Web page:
Our captain, Matt, who has been working on tour boats in the islands for nearly 10 years, was truly a jack of all trades. After every snorkeling trip, he welcomed us back onto the boat with a plate of piping hot pisang goreng (battered fried bananas), and prepared delicious dinners with fish purchased from local fisherman who paddled out to our boat in canoes to deliver their fresh catch. We slept on the roof of the boat, under a sky filled with the stars of the southern sky. After half a year in the southern hemisphere we’ve only recently adjusted to the sky with no north star and an upside-down big dipper.DSC_0153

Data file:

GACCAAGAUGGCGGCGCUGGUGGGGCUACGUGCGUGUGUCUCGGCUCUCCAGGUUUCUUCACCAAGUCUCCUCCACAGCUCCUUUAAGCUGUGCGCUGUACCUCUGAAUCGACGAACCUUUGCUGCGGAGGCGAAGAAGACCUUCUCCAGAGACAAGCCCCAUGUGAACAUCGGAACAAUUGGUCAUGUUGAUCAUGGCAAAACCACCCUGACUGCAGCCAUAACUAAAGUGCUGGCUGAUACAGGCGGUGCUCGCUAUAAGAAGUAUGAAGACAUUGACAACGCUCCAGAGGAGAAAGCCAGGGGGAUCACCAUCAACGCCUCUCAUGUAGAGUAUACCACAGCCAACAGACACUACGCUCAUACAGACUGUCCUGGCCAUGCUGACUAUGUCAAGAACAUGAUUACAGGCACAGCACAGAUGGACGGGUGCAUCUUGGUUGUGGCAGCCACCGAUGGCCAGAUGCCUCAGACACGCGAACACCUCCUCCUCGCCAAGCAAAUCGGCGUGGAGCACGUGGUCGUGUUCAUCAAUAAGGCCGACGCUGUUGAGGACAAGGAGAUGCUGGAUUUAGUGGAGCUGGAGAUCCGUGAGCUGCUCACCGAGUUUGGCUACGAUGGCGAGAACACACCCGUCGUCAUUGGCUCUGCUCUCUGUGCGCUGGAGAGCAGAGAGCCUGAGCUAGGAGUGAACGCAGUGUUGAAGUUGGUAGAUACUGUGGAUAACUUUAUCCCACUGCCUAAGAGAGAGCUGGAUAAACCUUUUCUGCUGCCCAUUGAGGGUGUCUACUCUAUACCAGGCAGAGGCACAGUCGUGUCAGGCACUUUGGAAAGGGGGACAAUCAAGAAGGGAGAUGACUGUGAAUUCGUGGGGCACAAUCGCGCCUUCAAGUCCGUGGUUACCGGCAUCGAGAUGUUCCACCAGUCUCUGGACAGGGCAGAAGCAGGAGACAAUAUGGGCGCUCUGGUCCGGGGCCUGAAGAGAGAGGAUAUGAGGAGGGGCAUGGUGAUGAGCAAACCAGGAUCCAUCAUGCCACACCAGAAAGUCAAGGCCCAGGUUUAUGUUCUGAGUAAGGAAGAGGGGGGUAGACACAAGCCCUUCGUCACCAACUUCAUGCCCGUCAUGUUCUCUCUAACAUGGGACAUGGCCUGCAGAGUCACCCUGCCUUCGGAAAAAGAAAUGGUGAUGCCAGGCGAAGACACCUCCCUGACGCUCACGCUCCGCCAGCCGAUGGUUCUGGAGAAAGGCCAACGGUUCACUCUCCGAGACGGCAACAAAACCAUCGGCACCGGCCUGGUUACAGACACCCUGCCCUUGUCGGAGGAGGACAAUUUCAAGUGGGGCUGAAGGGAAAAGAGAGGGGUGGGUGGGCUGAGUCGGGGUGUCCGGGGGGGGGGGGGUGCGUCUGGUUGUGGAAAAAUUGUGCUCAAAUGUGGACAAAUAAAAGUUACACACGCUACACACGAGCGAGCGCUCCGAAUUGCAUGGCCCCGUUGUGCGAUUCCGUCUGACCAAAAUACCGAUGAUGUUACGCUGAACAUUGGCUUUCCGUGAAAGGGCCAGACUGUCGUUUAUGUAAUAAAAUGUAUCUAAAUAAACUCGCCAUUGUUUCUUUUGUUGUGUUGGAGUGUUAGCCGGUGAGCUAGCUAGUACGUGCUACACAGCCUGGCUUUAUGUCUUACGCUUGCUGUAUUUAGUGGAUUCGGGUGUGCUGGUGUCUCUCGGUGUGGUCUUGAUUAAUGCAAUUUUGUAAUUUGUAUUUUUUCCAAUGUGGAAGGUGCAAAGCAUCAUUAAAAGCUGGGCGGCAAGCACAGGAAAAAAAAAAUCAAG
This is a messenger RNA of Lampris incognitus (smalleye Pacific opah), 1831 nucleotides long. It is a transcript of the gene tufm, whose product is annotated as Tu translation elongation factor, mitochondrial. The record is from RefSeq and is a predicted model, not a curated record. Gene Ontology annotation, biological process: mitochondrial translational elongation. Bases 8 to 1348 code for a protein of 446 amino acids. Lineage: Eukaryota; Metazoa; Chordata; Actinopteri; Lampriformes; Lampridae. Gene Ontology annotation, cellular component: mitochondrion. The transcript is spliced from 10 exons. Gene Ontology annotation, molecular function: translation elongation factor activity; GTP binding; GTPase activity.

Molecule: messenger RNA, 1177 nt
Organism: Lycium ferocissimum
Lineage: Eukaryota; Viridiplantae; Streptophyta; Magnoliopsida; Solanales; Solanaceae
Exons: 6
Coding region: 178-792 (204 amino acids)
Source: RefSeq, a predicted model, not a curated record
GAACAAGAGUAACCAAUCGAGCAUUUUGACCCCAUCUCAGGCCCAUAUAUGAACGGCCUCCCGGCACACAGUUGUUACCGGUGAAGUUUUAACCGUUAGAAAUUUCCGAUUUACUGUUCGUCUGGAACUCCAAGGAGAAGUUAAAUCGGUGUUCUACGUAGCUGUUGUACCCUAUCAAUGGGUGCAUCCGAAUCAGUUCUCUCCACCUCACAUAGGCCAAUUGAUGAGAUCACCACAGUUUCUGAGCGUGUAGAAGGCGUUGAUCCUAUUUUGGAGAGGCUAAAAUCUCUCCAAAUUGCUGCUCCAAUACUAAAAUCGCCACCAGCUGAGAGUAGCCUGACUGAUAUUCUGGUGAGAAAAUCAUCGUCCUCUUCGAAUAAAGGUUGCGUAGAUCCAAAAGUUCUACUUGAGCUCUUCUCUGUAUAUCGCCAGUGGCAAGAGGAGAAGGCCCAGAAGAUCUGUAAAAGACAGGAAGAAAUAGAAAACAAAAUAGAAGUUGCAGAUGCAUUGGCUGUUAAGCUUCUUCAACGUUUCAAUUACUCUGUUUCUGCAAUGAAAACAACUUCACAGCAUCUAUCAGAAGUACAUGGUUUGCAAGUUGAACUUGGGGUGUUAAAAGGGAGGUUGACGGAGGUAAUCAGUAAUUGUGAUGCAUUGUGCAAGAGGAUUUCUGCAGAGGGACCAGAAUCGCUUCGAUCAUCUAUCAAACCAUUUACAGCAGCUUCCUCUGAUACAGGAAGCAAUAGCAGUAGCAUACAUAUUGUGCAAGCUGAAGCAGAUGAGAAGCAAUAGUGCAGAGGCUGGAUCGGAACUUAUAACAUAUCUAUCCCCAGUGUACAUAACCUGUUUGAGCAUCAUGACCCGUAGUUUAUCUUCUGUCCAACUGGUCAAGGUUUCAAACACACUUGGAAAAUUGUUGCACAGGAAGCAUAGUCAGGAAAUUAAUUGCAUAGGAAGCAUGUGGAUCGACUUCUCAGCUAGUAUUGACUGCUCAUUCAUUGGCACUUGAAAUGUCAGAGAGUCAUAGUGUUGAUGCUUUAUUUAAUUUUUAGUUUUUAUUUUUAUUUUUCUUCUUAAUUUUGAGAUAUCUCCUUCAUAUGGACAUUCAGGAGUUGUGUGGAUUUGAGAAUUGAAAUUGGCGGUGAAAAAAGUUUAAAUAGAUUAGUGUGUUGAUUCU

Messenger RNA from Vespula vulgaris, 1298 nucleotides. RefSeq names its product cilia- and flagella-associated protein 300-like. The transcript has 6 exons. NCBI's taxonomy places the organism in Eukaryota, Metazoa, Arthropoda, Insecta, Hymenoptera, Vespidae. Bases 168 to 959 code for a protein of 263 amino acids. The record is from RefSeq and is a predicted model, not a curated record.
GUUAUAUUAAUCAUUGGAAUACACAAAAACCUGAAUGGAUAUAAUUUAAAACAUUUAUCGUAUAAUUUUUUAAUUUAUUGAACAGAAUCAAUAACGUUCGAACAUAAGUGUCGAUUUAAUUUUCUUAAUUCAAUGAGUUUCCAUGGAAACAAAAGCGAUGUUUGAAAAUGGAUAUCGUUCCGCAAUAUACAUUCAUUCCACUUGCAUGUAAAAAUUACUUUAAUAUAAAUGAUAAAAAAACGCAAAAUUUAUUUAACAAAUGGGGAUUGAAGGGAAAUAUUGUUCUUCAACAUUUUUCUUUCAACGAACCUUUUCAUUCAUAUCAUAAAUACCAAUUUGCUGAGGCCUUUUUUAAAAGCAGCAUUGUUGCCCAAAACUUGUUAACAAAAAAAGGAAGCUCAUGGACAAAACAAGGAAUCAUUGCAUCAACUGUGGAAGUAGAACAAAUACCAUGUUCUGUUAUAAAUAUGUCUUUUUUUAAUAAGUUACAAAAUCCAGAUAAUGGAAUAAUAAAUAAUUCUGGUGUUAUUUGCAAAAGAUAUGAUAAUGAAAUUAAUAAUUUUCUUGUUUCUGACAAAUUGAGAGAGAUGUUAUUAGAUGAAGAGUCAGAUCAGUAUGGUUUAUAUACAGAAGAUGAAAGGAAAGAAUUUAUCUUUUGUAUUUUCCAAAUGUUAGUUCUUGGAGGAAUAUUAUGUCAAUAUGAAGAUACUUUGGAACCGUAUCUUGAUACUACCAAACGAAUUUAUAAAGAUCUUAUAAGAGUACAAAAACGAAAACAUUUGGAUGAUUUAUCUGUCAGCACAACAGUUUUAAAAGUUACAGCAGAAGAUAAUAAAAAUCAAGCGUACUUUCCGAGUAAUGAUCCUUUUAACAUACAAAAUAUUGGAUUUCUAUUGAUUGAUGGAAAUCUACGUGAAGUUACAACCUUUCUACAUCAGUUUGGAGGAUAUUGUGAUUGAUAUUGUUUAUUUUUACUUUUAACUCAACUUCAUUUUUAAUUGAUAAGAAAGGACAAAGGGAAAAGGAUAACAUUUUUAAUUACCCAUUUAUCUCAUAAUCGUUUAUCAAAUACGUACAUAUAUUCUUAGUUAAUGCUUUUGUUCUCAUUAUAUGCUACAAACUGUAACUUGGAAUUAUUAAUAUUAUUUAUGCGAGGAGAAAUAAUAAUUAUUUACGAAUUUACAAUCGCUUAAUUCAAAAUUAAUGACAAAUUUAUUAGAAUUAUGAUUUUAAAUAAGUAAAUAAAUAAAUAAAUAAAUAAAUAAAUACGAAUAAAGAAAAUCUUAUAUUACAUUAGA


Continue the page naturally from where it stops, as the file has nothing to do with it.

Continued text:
Our epic second day on the boat consisted of two hikes and three snorkeling trips. Although the big game animals, manta rays and Komodo Dragons, had taken the day off, it was still another day of jaw dropping scenery. Our 4 hour trek across Komodo Island began in temperate forests that felt surprisingly similar to our home landscape of the eastern US. Climbing up past the forests through the palm-tree dotted savannah to the top of a ridge provided breathtaking views of the island, all the way back done to the ocean. The paths up and down the hill were steep and dusty and we all took a few spills. Had we not seen dragons the day before on Rinca, the lack of wildlife, heat, and difficulty of the trail would have probably been overwhelming, but we managed to keep our cool and enjoy the view. Our two snorkeling trips to Manta Point were fruitless, but well made up for at our third spot, the Cauldron, where we saw more turtles than you can count (if you can’t count to 5), and a few of our boat-mates even spotted a dugong! To wrap up the day on yet another high-note, Matt lead us up a hill on an uninhabited island to watch the unset over a crystal blue bay.